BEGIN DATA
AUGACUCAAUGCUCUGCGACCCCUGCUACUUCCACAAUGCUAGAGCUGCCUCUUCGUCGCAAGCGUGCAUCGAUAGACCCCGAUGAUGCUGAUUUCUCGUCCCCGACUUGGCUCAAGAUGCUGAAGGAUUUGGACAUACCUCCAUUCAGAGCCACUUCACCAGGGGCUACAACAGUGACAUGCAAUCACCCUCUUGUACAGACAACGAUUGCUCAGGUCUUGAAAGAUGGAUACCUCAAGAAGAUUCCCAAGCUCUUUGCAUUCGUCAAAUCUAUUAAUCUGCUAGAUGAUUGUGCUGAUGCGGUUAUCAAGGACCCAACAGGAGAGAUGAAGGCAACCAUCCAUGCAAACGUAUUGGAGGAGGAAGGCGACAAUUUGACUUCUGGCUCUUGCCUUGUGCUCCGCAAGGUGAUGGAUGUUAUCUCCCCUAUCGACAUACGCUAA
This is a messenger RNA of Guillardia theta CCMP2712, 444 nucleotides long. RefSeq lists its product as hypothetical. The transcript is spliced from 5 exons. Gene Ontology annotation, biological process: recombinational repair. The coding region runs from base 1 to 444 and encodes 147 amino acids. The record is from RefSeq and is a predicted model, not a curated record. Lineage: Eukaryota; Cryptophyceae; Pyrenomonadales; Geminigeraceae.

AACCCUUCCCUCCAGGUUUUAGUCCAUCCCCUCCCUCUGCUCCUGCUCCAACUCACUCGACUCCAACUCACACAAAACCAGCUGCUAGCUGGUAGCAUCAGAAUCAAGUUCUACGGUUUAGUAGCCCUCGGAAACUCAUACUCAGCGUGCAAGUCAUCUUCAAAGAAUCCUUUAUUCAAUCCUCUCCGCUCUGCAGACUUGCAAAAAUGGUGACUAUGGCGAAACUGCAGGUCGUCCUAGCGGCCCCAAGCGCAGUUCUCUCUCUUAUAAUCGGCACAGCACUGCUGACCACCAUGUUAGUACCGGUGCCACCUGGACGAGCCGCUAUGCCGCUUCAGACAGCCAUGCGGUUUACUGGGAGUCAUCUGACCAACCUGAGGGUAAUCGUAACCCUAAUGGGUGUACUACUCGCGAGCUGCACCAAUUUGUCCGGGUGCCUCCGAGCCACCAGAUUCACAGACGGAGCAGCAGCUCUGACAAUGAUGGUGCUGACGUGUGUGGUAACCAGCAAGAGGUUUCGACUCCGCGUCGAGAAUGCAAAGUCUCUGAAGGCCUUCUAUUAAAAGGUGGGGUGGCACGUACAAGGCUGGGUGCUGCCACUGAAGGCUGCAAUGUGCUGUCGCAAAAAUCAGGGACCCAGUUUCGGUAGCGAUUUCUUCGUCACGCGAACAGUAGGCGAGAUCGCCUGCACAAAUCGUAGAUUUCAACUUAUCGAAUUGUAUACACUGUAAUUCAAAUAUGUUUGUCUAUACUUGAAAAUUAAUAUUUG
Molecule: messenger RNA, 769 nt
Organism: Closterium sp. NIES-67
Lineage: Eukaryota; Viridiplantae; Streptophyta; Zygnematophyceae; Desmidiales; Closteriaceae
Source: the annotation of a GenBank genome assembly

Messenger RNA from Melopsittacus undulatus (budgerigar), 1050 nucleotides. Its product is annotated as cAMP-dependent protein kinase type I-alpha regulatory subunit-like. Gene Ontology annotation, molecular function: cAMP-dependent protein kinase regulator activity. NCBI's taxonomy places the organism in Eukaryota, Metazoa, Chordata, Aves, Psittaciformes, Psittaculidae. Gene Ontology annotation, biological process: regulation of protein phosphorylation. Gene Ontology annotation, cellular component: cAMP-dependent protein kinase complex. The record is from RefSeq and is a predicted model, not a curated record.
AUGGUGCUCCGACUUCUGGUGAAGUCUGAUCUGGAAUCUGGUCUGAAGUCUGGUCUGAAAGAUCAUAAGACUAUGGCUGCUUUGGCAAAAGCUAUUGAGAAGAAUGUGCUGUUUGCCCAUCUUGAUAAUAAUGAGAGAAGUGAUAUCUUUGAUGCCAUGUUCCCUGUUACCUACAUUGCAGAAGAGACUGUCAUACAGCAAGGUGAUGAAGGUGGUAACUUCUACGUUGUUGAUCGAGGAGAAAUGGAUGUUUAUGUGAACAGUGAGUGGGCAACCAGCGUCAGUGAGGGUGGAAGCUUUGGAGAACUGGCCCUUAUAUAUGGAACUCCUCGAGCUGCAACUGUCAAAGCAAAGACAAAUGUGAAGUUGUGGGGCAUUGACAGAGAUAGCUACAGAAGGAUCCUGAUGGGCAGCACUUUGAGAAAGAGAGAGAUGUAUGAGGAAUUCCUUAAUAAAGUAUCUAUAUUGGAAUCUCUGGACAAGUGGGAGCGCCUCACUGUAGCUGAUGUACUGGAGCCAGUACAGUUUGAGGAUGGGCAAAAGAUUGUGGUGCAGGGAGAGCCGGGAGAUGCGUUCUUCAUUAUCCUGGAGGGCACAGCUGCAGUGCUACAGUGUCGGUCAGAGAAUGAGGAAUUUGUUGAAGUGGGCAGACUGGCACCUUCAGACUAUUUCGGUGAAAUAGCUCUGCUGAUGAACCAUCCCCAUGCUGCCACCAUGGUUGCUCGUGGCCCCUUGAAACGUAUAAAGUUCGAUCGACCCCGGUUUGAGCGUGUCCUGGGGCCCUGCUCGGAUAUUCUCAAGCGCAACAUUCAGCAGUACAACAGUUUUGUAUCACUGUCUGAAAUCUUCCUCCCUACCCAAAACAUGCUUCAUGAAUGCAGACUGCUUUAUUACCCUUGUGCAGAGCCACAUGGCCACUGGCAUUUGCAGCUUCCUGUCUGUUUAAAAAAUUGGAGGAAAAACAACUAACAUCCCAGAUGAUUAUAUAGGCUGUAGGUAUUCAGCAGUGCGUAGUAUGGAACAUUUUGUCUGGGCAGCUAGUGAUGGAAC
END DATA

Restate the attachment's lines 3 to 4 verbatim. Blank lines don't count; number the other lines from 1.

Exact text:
AACCCUUCCCUCCAGGUUUUAGUCCAUCCCCUCCCUCUGCUCCUGCUCCAACUCACUCGACUCCAACUCACACAAAACCAGCUGCUAGCUGGUAGCAUCAGAAUCAAGUUCUACGGUUUAGUAGCCCUCGGAAACUCAUACUCAGCGUGCAAGUCAUCUUCAAAGAAUCCUUUAUUCAAUCCUCUCCGCUCUGCAGACUUGCAAAAAUGGUGACUAUGGCGAAACUGCAGGUCGUCCUAGCGGCCCCAAGCGCAGUUCUCUCUCUUAUAAUCGGCACAGCACUGCUGACCACCAUGUUAGUACCGGUGCCACCUGGACGAGCCGCUAUGCCGCUUCAGACAGCCAUGCGGUUUACUGGGAGUCAUCUGACCAACCUGAGGGUAAUCGUAACCCUAAUGGGUGUACUACUCGCGAGCUGCACCAAUUUGUCCGGGUGCCUCCGAGCCACCAGAUUCACAGACGGAGCAGCAGCUCUGACAAUGAUGGUGCUGACGUGUGUGGUAACCAGCAAGAGGUUUCGACUCCGCGUCGAGAAUGCAAAGUCUCUGAAGGCCUUCUAUUAAAAGGUGGGGUGGCACGUACAAGGCUGGGUGCUGCCACUGAAGGCUGCAAUGUGCUGUCGCAAAAAUCAGGGACCCAGUUUCGGUAGCGAUUUCUUCGUCACGCGAACAGUAGGCGAGAUCGCCUGCACAAAUCGUAGAUUUCAACUUAUCGAAUUGUAUACACUGUAAUUCAAAUAUGUUUGUCUAUACUUGAAAAUUAAUAUUUG
Molecule: messenger RNA, 769 nt